Our Co-founder, Chris Magnusson, gave a speech at a food packaging convention in Sweden on May 12. “Packaging as a marketing tool for export” was the theme of the day.
Launching new products in foreign markets can be a daunting task. We asked Chris Magnusson to share some of his views when it comes to entering new markets.
What does a company need to consider when launching products in new markets?
They need to consider many aspects, but one in particular I often mention is trust. Consumers in foreign markets that do not recognize your brand have no reason to trust it. No matter how healthy or tasty your product is, people have a tendency to go for what they are used to and feel safe with. Depending on where in the world you are launching your brand, requirements are different. If we take Asia, for example, in many cases trust in food can be very low, even for locally produced brands. I have suggested many times that foreign food brands wishing to enter the Asian market should capitalize on trust: foreign brands are more likely to be considered of superior quality by local consumers, and this obviously creates an enormous opportunity for brands to export their products to these types of market.
Can you give us examples?
For example in China, food scandals are numerous since many years, and new ones keep on surfacing every year. For instance, some years ago there was a problem with baby formula and this led to an opportunity for foreign brands to increase their market shares in the country. A simple thing such as putting a flag as a “country of origin” indicates to local consumers that this is probably safe as it is imported. So, as you can see, trust can be capitalized on.
Any other aspects apart from trust?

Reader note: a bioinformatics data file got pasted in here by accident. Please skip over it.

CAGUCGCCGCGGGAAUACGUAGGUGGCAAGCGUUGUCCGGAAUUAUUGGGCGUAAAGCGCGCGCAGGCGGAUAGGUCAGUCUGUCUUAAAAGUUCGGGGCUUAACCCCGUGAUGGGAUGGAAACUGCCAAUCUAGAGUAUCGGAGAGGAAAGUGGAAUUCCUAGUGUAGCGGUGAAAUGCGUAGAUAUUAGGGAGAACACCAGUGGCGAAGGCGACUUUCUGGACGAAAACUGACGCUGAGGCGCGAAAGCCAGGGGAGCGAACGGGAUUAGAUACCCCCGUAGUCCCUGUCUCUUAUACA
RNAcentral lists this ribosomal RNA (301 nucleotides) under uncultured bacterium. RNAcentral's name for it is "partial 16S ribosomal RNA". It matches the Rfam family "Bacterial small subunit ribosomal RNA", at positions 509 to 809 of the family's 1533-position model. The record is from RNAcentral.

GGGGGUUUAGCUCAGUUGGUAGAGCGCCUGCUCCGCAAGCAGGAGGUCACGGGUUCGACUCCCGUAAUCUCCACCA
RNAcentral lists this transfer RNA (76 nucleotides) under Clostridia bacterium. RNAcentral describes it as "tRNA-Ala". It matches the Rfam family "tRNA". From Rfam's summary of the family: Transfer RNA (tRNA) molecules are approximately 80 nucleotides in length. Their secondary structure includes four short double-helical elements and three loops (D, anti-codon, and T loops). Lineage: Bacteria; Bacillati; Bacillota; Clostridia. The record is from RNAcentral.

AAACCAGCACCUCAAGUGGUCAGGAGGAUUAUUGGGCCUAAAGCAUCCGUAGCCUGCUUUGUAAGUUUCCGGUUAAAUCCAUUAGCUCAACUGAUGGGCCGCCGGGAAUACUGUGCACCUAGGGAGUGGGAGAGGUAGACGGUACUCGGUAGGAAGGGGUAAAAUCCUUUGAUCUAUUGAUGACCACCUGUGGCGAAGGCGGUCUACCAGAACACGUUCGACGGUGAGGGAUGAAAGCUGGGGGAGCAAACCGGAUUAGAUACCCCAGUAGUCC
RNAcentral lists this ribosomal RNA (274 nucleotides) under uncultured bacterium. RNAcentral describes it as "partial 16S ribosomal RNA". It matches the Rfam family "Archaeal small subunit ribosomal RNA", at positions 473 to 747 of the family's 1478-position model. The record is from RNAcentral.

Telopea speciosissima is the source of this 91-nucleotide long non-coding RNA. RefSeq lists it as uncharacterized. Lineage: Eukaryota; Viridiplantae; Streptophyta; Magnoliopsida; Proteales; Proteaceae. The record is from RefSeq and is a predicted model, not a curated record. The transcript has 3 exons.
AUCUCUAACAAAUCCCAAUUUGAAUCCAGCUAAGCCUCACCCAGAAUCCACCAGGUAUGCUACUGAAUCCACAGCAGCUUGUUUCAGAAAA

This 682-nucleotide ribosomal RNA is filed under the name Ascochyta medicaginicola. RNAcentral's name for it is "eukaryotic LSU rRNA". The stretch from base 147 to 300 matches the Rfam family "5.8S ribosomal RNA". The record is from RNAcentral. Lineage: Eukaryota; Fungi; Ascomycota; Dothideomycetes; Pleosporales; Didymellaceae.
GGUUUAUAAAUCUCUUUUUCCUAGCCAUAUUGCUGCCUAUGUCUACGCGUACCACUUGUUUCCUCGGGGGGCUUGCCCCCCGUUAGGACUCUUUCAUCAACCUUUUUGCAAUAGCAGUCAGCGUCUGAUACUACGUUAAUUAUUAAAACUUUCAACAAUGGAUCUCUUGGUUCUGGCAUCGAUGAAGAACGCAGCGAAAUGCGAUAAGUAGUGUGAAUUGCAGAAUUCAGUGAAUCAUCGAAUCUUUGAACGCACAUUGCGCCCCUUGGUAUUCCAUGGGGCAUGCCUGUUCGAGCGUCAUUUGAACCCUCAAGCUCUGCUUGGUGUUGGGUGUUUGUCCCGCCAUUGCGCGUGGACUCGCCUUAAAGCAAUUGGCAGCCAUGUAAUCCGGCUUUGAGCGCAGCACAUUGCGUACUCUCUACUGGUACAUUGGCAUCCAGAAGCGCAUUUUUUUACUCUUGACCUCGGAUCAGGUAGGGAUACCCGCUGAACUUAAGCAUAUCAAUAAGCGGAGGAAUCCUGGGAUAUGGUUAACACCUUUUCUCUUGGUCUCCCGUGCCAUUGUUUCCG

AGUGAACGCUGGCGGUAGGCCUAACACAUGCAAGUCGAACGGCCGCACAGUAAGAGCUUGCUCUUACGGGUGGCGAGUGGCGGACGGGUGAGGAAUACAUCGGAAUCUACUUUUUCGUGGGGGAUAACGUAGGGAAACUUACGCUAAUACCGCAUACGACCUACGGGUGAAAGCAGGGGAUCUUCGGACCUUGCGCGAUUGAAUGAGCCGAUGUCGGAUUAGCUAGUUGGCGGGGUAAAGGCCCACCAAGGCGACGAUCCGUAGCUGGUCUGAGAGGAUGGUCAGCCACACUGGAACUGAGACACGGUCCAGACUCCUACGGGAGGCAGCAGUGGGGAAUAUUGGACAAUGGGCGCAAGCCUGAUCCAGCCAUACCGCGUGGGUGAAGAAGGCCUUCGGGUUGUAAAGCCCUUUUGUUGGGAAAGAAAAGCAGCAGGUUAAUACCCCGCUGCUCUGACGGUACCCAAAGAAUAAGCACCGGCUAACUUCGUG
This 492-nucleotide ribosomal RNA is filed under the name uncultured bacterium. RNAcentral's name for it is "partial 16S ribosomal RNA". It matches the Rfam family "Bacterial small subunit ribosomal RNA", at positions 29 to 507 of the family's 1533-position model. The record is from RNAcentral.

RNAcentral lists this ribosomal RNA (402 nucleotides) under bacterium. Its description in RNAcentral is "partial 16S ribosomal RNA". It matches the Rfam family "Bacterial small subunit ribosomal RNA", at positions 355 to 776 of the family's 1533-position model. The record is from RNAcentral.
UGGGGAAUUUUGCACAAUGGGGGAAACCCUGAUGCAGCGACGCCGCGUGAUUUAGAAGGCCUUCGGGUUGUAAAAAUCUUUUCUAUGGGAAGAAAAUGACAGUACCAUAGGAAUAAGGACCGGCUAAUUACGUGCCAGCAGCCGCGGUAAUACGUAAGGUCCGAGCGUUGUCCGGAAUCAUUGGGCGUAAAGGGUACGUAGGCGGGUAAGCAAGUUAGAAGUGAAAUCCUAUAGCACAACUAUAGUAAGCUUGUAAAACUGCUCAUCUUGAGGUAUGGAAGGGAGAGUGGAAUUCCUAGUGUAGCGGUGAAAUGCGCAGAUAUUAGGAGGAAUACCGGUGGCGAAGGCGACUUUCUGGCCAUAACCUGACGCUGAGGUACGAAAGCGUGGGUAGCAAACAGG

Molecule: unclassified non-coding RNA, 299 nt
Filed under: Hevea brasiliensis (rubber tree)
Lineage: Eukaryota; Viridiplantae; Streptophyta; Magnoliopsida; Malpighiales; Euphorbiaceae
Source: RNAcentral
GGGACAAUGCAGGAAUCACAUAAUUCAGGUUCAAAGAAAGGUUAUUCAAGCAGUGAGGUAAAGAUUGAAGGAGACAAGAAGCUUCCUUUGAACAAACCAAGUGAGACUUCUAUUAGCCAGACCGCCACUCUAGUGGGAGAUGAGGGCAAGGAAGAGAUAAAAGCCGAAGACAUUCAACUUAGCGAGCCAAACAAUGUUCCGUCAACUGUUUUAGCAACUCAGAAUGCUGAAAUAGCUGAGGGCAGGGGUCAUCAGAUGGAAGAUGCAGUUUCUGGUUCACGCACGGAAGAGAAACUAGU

I usually mention several aspects that always need to be taken into consideration when talking about packaging, such as positive stereotypes. Every country has positive stereotypes. For example, Belgium is great at chocolate, Germany is good at beer; Switzerland is good at making watches, France at making wines etc. Every country has something unique it can capitalise on when entering foreign markets. Actually, this is what sets us a part and create an advantage that should be carefully studied when entering a new market, what makes our particular product unique to that market, it may not be the same as in the home country.
Since you were giving your speech in Sweden, do you have any ideas about what this means for Swedish companies wanting to enter foreign markets?
I discussed this case on exporting to China. Trust is again an important element and can be used to our advantage. But also positive stereotypes, such as healthy food, good ingredients, food safety, contribute to this. For example, an easy thing as placing your flag on the packaging can have a great impact on sales in China. Further, choosing the right colors, name, and translation also must go hand in hand with this.
You also discussed innovation. What value is related to having an innovative attitude to packaging?
When packaging is innovative to me, it doesn't even need to be visually pleasing or structurally interesting. In some way, it’s innovative for me when it just makes the actual usage experience better for the consumer. That to me is truly innovative. I spoke, among other inventions we have, about Topflow, this innovation by Swedbrand Group that we will start seeing in the stores from September of this year. Topflow is an innovative technology used for Bag-in-Box wines that places the tap at the top instead of at the bottom of the box as usual. The great interest that we have seen in this innovation from different companies around the world before launch has been least to say phenomenal, so we are excited to see it hit the market in September of this year.
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